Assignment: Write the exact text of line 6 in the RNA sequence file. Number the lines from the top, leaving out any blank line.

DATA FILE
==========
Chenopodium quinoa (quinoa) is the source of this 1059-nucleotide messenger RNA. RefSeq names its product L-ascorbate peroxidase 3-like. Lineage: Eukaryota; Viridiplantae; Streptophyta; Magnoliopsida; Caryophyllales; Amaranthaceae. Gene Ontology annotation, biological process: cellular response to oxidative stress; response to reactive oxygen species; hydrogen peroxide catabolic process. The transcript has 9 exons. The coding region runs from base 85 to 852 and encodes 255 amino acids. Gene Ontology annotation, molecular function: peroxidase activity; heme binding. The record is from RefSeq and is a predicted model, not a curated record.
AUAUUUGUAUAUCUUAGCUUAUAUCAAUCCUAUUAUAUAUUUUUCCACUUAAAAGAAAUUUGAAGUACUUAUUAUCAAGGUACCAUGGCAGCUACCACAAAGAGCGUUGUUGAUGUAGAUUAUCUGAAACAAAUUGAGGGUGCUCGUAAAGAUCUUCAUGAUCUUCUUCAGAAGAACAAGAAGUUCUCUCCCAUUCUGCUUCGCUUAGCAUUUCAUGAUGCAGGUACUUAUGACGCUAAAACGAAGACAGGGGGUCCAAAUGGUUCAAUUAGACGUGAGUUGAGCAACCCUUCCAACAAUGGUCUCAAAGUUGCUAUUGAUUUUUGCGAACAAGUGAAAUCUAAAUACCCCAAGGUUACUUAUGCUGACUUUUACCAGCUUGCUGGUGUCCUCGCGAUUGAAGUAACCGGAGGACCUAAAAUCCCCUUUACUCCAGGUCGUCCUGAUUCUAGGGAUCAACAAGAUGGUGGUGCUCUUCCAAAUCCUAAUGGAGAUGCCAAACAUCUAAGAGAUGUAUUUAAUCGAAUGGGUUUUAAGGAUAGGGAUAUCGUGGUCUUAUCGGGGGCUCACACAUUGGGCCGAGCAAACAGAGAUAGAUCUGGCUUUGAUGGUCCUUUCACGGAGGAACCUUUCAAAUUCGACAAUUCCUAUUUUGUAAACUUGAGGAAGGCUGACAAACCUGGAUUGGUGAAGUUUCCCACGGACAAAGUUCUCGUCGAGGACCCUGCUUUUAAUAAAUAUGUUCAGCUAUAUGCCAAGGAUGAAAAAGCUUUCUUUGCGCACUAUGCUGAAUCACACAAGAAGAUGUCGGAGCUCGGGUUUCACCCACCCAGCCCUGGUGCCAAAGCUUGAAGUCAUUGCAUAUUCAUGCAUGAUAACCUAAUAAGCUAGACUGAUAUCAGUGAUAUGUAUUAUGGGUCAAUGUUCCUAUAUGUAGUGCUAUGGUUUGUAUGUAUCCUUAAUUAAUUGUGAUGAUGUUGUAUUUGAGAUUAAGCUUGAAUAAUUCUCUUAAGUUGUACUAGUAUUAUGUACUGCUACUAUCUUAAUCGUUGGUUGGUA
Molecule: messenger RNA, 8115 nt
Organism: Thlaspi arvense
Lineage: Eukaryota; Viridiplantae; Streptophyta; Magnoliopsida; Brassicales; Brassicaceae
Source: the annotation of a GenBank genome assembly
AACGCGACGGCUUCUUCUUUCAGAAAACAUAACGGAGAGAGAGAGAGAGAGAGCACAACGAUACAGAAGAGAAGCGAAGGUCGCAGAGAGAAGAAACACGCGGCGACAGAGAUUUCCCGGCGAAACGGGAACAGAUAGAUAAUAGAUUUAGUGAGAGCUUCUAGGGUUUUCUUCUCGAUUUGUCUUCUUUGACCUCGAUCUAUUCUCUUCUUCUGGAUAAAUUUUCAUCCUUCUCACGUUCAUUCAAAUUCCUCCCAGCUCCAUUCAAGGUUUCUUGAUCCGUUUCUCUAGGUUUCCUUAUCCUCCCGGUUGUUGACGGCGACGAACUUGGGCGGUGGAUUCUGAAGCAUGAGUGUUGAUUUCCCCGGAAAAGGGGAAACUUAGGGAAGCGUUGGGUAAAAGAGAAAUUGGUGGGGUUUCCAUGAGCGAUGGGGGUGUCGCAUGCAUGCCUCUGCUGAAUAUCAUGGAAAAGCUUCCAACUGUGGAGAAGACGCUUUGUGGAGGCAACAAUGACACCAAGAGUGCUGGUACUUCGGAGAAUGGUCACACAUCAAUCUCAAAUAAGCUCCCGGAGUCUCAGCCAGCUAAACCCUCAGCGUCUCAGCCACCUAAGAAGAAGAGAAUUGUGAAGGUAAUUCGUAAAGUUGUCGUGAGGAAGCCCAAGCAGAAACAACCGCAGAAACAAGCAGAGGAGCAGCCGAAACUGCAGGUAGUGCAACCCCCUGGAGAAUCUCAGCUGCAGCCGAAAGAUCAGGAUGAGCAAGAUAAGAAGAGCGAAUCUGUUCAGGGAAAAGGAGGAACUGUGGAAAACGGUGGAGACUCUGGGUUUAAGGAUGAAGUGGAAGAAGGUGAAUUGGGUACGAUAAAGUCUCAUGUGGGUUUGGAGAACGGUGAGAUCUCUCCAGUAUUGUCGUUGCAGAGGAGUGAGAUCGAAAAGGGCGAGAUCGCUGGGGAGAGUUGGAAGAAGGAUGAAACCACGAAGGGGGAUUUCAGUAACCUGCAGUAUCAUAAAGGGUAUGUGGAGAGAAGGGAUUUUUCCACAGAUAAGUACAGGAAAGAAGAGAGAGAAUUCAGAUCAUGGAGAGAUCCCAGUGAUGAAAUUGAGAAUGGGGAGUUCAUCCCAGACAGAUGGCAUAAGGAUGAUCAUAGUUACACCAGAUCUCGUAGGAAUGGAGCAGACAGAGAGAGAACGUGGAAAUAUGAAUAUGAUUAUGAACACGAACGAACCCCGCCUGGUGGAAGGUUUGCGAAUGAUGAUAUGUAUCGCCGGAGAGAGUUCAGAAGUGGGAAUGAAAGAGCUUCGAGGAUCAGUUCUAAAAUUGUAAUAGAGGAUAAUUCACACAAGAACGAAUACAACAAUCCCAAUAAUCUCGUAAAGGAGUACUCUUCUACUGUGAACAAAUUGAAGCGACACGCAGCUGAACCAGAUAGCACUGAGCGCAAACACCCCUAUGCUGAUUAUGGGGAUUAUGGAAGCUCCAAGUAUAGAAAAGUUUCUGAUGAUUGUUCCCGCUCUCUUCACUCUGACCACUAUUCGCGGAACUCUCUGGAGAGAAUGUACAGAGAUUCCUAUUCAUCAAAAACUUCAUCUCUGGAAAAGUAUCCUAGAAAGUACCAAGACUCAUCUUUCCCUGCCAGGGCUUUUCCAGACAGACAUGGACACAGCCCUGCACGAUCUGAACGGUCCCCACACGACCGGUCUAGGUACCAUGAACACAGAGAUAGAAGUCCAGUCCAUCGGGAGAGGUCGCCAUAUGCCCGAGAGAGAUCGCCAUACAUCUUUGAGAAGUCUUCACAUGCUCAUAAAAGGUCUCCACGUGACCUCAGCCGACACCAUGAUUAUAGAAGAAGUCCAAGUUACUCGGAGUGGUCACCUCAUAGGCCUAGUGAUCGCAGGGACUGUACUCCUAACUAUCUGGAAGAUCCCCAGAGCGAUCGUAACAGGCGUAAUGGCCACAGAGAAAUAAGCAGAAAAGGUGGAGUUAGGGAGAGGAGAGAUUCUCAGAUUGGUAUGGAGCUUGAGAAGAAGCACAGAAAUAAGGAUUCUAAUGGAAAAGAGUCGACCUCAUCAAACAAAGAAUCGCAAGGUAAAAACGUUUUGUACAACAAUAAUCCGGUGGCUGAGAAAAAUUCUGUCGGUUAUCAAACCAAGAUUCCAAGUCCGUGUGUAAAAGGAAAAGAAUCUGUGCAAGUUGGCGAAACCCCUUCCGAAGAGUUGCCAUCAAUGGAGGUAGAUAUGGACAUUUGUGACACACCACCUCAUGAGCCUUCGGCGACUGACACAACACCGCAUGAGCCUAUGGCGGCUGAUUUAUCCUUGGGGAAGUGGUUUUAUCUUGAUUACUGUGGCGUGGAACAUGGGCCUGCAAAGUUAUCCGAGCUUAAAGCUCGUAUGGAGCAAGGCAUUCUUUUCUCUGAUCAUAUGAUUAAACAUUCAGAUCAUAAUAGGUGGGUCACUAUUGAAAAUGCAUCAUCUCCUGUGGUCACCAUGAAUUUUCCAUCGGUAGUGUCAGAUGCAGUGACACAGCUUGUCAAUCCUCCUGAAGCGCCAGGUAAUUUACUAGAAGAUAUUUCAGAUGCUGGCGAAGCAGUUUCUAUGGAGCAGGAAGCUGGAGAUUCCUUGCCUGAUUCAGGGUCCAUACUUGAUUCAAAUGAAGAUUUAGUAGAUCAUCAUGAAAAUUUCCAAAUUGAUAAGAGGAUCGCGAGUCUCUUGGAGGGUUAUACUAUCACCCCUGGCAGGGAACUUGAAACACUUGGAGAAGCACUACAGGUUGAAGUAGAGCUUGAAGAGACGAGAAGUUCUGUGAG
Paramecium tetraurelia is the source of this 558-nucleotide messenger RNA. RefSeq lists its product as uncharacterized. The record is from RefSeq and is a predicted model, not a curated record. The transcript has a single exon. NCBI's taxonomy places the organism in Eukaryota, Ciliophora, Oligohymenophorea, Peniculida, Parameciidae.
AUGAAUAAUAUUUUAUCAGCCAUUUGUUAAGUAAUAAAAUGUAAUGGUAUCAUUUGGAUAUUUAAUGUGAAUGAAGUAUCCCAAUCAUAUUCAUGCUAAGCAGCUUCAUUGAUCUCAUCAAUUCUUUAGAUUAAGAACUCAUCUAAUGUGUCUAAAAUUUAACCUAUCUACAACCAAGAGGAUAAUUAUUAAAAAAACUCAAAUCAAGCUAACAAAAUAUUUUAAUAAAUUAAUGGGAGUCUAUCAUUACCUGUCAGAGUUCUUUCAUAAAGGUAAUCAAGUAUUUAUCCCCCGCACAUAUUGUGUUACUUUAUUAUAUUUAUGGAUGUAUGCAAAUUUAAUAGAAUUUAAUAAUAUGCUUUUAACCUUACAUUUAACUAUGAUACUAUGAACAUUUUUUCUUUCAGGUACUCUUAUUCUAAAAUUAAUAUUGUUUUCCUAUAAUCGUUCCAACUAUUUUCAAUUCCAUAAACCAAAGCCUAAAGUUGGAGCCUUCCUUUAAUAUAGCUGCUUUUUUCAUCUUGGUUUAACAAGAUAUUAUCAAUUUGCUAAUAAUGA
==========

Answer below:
Source: the annotation of a GenBank genome assembly